To restore it will cost somewhere between £5 and £55 depending on whether you buy a Zero or a RPi4B 4GB (or something in between).
Connecting 15V is 100% guaranteed to let the magic blue smoke escape and you can’t get it re-filled.
Plug it into a 5v 2-3amp (10-15w) power supply and check if it powers on. If not, throw it in the garbage.
(1) Gave 15V to Rpi3B+ Micro USB slot, smoke coming out, instantly unplugged.
(2) How to save the poor abused Rpi cat?
/ to continue, …
Ah, let me see. If only smoke coming out, and plug pulled fast, there is 20% that the poor child’s life can be saved.
(1) Let us look at the circuit and do a postmortem.
(2) You see, only two wires are connected to the micro USB connector. So troubleshooting should be dead easy.
(a) Use a multi-meter to do open-short tests, check continuity of J1 pin1, pin5 to pp2, pp3，pp7.
(b) See if F1, D7, C84 (47uF) are still alive.
(c) Even above 3 all dead, you can still do something.
(d) Usually the big 47uF guy raises the smoke alarm signal first. My experience is that if I pull the plug lightning fast (Note 1), then there is 80% chance it is still working, no harm done, … 🙂
(3) Checking out the real thing
Now I am checking out the real thing: a Rpi3B+ with two GPIO pins fried, but power circuit still working. I think the big black guy next to the micro USB connector, labelled KE 7J677 (pp7 test points at the back side of PCB, pp2, pp3 near by) should be the 47u cap.
(3) Checking out the Test Points
I found the test points at the back side of PCB easy to locate and identify the components. In other words, the power circuit is easy to repair.
(4) Waiting two days or more for the polyfuse to self heal
Now I think if 15V is applied to the Rpi, two things might happen at the same time:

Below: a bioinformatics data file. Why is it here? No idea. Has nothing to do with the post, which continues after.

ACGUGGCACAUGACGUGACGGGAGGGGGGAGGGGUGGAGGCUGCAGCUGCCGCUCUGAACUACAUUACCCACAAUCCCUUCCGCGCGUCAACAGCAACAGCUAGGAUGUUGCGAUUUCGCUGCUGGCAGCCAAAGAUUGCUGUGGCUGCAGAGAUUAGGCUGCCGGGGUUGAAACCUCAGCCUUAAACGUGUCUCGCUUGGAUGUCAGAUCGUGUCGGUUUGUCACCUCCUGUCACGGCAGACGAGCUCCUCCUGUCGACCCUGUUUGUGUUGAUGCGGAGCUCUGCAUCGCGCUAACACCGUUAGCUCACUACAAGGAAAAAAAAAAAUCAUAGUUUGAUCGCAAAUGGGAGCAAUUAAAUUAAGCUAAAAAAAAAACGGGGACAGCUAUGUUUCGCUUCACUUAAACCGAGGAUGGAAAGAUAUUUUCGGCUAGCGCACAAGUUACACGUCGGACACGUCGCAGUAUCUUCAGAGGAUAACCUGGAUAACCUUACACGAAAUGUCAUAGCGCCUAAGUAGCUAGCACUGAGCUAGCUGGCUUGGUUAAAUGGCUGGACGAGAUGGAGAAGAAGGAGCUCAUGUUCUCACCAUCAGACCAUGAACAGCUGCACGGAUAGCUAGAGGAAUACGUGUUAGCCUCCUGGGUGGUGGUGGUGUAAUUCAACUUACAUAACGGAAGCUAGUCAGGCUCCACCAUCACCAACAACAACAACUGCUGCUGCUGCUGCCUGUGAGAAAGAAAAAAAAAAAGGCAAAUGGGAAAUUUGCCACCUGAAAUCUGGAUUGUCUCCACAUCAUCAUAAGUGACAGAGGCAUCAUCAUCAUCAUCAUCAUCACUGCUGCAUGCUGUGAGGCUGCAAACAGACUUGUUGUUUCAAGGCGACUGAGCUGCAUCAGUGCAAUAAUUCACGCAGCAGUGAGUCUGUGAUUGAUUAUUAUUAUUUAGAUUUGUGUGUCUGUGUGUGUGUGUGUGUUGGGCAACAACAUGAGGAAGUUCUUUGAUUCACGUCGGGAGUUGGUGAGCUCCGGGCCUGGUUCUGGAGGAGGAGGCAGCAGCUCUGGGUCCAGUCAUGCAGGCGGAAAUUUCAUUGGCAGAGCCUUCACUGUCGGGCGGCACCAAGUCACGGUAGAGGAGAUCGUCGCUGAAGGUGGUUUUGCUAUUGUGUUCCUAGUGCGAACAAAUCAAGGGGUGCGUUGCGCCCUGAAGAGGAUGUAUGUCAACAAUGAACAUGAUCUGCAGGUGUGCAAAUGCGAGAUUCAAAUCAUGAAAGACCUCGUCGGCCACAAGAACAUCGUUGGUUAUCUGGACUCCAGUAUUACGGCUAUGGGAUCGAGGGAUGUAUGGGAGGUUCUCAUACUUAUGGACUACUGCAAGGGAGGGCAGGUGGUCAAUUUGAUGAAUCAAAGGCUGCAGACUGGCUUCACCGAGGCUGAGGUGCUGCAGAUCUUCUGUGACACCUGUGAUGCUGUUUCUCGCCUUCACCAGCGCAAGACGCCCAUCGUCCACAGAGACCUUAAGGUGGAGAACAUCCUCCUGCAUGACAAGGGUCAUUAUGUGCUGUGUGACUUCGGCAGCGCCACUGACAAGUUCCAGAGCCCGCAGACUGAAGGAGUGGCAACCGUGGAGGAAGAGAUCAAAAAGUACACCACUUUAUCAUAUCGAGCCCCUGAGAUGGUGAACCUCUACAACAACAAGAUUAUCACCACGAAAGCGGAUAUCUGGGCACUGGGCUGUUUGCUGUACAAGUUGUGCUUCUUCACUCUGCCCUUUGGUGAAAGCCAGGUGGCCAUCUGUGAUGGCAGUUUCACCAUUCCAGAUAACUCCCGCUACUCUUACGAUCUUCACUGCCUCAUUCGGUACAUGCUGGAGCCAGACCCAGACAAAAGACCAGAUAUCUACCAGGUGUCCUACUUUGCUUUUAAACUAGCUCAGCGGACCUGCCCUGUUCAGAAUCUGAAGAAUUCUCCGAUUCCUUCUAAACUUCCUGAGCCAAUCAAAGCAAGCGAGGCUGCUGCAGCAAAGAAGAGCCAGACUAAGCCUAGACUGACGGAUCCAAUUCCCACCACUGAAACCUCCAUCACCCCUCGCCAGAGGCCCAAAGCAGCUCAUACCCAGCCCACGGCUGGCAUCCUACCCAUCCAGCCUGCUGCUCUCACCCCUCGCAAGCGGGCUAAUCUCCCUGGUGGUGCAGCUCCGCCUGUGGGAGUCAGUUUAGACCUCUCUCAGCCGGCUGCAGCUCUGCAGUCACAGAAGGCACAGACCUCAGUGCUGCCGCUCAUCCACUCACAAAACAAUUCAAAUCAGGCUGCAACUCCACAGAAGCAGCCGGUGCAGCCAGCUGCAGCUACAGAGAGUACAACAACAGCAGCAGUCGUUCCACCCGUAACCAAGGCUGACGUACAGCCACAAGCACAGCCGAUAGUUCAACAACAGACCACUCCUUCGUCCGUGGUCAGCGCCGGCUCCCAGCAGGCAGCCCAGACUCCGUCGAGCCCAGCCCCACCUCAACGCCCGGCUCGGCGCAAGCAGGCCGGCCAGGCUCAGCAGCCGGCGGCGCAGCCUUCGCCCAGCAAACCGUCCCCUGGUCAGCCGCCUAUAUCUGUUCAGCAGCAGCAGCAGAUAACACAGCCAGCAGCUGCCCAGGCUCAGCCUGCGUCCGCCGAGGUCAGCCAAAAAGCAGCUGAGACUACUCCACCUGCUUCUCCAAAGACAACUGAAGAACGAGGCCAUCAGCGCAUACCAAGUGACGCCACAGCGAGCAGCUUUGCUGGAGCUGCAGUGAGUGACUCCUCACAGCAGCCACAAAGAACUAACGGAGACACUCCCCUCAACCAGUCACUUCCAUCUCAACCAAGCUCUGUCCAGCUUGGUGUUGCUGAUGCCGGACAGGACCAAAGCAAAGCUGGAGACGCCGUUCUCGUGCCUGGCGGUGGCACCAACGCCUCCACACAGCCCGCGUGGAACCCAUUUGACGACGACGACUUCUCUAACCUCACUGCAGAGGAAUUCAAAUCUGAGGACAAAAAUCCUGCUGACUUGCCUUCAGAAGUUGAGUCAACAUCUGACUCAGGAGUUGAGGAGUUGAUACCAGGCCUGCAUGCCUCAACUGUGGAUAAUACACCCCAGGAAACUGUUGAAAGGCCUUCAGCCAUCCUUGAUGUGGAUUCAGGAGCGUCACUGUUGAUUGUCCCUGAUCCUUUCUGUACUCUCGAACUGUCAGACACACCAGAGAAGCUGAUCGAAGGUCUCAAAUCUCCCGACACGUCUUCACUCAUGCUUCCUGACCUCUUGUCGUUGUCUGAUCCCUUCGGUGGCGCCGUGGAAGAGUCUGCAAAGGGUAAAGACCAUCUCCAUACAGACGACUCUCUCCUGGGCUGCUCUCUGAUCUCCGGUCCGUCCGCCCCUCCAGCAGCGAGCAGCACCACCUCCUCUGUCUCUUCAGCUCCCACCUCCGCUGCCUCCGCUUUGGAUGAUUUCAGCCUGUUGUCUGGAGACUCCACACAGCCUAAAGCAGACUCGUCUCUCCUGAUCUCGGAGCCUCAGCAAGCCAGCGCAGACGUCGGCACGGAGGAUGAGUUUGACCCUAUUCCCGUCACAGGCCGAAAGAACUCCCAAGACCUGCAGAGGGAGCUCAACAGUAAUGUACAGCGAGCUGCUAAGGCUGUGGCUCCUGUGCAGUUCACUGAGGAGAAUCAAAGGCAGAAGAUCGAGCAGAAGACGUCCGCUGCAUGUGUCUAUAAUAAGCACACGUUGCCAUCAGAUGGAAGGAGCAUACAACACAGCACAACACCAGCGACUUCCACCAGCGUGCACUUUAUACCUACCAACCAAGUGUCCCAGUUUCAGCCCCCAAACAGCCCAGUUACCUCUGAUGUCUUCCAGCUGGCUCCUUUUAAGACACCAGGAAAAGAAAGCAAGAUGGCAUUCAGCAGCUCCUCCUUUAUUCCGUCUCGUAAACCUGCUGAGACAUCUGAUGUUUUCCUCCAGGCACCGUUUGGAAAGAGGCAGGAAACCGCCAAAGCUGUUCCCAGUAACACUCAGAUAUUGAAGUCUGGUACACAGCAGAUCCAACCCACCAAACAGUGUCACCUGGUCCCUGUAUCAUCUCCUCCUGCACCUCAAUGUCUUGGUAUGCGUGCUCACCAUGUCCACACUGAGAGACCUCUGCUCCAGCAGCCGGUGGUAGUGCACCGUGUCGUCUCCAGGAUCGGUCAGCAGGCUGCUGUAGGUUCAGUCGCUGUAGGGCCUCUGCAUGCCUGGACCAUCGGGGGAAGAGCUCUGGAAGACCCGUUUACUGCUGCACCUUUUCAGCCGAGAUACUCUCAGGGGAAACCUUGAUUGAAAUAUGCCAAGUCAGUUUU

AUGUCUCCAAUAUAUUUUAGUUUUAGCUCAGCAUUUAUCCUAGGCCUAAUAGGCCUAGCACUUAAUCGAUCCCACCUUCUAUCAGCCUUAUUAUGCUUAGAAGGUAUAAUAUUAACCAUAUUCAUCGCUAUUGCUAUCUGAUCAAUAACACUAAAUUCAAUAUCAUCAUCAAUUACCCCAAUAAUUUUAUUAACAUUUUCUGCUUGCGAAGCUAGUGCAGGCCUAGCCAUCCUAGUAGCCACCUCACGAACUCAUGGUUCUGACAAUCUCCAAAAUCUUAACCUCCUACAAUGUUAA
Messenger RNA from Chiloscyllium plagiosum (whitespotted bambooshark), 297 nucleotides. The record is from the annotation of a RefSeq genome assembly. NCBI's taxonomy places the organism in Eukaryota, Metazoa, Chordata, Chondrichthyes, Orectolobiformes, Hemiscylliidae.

(a) Polyfuse F1 blows,
(b) By pass cap C84 heats up and raise smoke.
As I said earlier, the capacitor might have little harm and recover immediately.
However, the polyfuse might take two or more days to recover. (Appendix A)
Therefore, I think the OP should wait for two or more days for the polyfuse to recover. During the waiting time, he might also like to use a multi-meter to check if the polyfuse resistance is decreasing to a very low resistance.
/ to continue, …
Appendix A – Polyfuses explained – elinux
A “polyfuse” is a fuse made from a polymer. It is a fuse that:
after it has “blown” will self heal; that is after several days, it will (almost) behave as if nothing has happened.
There are three polyfuses in a RPI. One is used to protect the whole board … There are also two smaller polyfuses, one to protect each USB port…
A polyfuse “blows”, just like any regular fuse, because there is running so much current through it that it heats up. In a regular fuse that means so much current causes a thin wire to simply melt; in a polyfuse it means that a small piece of conductive (polymer) plastic gets so hot that suddenly its resistance increases dramatically, so that it gets hotter still, and things escalate to a point that the resistance goes so high that most of the current stops flowing.
After the current is turned off, a long time after the fuse has cooled down the fuse slowly regains it original state and in the end becomes conductive again.
End of answer